U.N. Secretary-General Ban Ki-moon on Wednesday called on a divided U.N. Security Council to unite and bring peace to Syria, as the West prepared for possible military strikes against Damascus.
“Syria is the biggest challenge of war and peace in the world today. The body entrusted with maintaining international peace and security cannot be missing in action,” Ban said, referring to the Security Council.
“The Council must at last find the unity to act. It must use its authority for peace,” said the U.N. chief in a speech at The Hague, where he was attending centenary celebrations at the Peace Palace, seat of the U.N.'s International Court of Justice.
“The Syrian people deserve solutions, not silence.”
Ban's comments came as the United States and its allies were building their case for military action against President Bashar al-Assad's regime over alleged chemical weapons attacks, despite stern warnings from Russia.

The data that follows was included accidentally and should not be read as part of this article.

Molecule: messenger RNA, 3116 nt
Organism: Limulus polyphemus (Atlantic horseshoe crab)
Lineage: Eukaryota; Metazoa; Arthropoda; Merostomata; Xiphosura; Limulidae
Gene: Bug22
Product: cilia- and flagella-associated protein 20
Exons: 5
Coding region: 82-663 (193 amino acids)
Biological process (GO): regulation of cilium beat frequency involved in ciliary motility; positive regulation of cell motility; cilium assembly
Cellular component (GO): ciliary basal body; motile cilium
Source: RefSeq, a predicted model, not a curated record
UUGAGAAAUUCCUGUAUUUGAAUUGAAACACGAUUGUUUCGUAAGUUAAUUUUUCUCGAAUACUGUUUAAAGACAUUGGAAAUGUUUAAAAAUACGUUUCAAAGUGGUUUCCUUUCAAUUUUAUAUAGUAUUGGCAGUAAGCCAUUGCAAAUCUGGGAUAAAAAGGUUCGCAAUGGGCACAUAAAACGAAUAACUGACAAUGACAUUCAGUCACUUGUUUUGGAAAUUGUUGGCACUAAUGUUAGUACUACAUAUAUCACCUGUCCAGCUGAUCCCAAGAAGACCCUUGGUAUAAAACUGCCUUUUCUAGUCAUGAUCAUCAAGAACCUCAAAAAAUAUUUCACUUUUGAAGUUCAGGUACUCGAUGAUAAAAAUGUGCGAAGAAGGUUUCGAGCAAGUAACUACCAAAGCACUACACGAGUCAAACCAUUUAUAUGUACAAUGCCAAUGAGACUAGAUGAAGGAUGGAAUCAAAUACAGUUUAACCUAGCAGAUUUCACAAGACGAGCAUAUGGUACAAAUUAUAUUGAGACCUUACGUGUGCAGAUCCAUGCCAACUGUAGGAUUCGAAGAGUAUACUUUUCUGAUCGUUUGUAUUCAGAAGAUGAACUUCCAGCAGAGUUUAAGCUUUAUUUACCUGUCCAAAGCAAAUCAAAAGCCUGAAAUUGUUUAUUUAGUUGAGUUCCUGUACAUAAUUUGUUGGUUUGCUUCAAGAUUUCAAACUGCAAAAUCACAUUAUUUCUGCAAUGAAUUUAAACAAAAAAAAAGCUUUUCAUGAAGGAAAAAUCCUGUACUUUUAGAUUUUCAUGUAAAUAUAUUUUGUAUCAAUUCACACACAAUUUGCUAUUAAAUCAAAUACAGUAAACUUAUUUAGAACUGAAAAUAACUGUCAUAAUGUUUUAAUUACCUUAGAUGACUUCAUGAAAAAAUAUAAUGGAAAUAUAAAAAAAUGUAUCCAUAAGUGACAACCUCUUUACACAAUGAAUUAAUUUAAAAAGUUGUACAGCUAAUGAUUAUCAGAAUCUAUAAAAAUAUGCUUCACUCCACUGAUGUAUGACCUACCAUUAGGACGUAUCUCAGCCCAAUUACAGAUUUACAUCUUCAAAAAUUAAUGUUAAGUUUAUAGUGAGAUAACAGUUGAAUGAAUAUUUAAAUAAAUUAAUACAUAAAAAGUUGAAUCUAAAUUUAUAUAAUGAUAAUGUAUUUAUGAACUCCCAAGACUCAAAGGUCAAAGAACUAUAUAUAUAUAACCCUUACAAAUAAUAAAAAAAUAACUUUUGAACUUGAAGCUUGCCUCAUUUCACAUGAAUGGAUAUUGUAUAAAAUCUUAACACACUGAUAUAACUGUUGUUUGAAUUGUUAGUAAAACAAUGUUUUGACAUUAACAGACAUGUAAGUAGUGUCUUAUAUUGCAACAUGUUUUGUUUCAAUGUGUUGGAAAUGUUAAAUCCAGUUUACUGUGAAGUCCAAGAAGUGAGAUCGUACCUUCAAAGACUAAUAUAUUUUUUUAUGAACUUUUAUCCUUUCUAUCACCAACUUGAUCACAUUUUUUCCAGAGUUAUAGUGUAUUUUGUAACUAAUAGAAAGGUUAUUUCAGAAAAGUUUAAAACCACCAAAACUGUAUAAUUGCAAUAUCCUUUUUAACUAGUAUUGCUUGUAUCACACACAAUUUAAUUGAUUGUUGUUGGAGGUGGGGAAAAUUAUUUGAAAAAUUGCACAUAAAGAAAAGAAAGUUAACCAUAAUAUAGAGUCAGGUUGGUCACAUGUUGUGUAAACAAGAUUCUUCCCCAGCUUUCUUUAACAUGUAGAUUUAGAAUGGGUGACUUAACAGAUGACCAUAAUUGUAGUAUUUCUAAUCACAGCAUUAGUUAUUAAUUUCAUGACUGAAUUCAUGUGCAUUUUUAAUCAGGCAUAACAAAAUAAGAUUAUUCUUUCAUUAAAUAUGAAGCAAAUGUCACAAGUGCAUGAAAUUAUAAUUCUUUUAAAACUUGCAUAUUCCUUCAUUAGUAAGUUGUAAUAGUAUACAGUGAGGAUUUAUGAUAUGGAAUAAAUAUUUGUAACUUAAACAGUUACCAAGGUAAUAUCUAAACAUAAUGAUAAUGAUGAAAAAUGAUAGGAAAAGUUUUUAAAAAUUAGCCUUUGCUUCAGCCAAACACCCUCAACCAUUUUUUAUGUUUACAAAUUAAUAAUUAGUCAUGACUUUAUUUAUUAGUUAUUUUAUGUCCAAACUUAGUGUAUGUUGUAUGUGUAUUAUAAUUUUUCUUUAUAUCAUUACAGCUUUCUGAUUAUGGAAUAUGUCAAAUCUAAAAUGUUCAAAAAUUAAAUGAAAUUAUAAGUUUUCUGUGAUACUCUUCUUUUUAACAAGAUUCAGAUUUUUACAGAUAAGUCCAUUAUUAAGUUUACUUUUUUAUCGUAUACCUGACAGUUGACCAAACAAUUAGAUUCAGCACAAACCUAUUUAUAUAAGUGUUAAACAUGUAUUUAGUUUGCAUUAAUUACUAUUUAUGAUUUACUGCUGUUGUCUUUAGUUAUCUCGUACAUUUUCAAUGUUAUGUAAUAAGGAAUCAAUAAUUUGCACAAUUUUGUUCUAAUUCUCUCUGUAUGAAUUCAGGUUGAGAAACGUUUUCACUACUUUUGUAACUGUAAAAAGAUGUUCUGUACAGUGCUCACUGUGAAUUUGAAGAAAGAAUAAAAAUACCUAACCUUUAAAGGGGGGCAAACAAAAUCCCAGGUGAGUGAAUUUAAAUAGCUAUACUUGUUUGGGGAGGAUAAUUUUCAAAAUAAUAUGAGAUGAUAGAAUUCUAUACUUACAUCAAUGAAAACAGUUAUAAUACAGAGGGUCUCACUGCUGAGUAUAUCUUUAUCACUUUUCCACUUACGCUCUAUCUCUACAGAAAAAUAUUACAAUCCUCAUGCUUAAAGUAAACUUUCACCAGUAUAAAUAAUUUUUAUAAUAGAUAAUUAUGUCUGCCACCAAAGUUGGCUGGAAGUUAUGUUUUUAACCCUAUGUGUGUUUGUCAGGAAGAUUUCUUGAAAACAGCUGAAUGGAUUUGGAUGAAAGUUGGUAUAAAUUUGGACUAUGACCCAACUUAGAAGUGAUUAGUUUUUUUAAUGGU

The U.N. chief called for more time for U.N. weapons inspectors to investigate claims of a chemical attack last week, and made a strong call for a diplomatic solution.
“We must pursue all avenues to get the parties to the negotiating table,” he said.
He also warned that any move to supply weapons to either side would only worsen the situation.
“To those providing weapons to either side, we must ask: what have those arms achieved but more bloodshed?
“The military logic has given us a country on the verge of total destruction, a region in chaos and a global threat. Why add more fuel to the fire?”